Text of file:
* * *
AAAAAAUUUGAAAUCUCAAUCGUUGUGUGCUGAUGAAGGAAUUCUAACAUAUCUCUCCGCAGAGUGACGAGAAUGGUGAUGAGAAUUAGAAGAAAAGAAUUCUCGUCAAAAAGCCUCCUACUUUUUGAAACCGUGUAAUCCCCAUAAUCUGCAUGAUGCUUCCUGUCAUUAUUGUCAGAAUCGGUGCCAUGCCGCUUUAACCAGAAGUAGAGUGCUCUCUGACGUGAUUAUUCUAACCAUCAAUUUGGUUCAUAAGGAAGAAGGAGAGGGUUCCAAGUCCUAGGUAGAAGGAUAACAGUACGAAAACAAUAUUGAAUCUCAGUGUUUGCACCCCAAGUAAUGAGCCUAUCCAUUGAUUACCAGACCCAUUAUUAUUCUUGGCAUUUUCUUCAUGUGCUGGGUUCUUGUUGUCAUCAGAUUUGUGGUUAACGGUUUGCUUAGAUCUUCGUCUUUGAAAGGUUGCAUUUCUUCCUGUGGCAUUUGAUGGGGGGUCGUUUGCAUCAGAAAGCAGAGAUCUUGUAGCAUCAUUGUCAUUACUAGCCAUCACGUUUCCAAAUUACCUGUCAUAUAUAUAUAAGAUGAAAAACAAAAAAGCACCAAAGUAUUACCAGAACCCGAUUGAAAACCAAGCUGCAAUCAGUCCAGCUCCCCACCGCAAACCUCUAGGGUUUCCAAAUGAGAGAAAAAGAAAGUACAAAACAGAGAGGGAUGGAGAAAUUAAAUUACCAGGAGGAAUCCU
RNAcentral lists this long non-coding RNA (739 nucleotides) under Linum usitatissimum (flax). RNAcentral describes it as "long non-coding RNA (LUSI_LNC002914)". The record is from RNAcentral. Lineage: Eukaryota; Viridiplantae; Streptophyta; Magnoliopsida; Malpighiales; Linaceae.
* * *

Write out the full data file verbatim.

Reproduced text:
AAAAAAUUUGAAAUCUCAAUCGUUGUGUGCUGAUGAAGGAAUUCUAACAUAUCUCUCCGCAGAGUGACGAGAAUGGUGAUGAGAAUUAGAAGAAAAGAAUUCUCGUCAAAAAGCCUCCUACUUUUUGAAACCGUGUAAUCCCCAUAAUCUGCAUGAUGCUUCCUGUCAUUAUUGUCAGAAUCGGUGCCAUGCCGCUUUAACCAGAAGUAGAGUGCUCUCUGACGUGAUUAUUCUAACCAUCAAUUUGGUUCAUAAGGAAGAAGGAGAGGGUUCCAAGUCCUAGGUAGAAGGAUAACAGUACGAAAACAAUAUUGAAUCUCAGUGUUUGCACCCCAAGUAAUGAGCCUAUCCAUUGAUUACCAGACCCAUUAUUAUUCUUGGCAUUUUCUUCAUGUGCUGGGUUCUUGUUGUCAUCAGAUUUGUGGUUAACGGUUUGCUUAGAUCUUCGUCUUUGAAAGGUUGCAUUUCUUCCUGUGGCAUUUGAUGGGGGGUCGUUUGCAUCAGAAAGCAGAGAUCUUGUAGCAUCAUUGUCAUUACUAGCCAUCACGUUUCCAAAUUACCUGUCAUAUAUAUAUAAGAUGAAAAACAAAAAAGCACCAAAGUAUUACCAGAACCCGAUUGAAAACCAAGCUGCAAUCAGUCCAGCUCCCCACCGCAAACCUCUAGGGUUUCCAAAUGAGAGAAAAAGAAAGUACAAAACAGAGAGGGAUGGAGAAAUUAAAUUACCAGGAGGAAUCCU
RNAcentral lists this long non-coding RNA (739 nucleotides) under Linum usitatissimum (flax). RNAcentral describes it as "long non-coding RNA (LUSI_LNC002914)". The record is from RNAcentral. Lineage: Eukaryota; Viridiplantae; Streptophyta; Magnoliopsida; Malpighiales; Linaceae.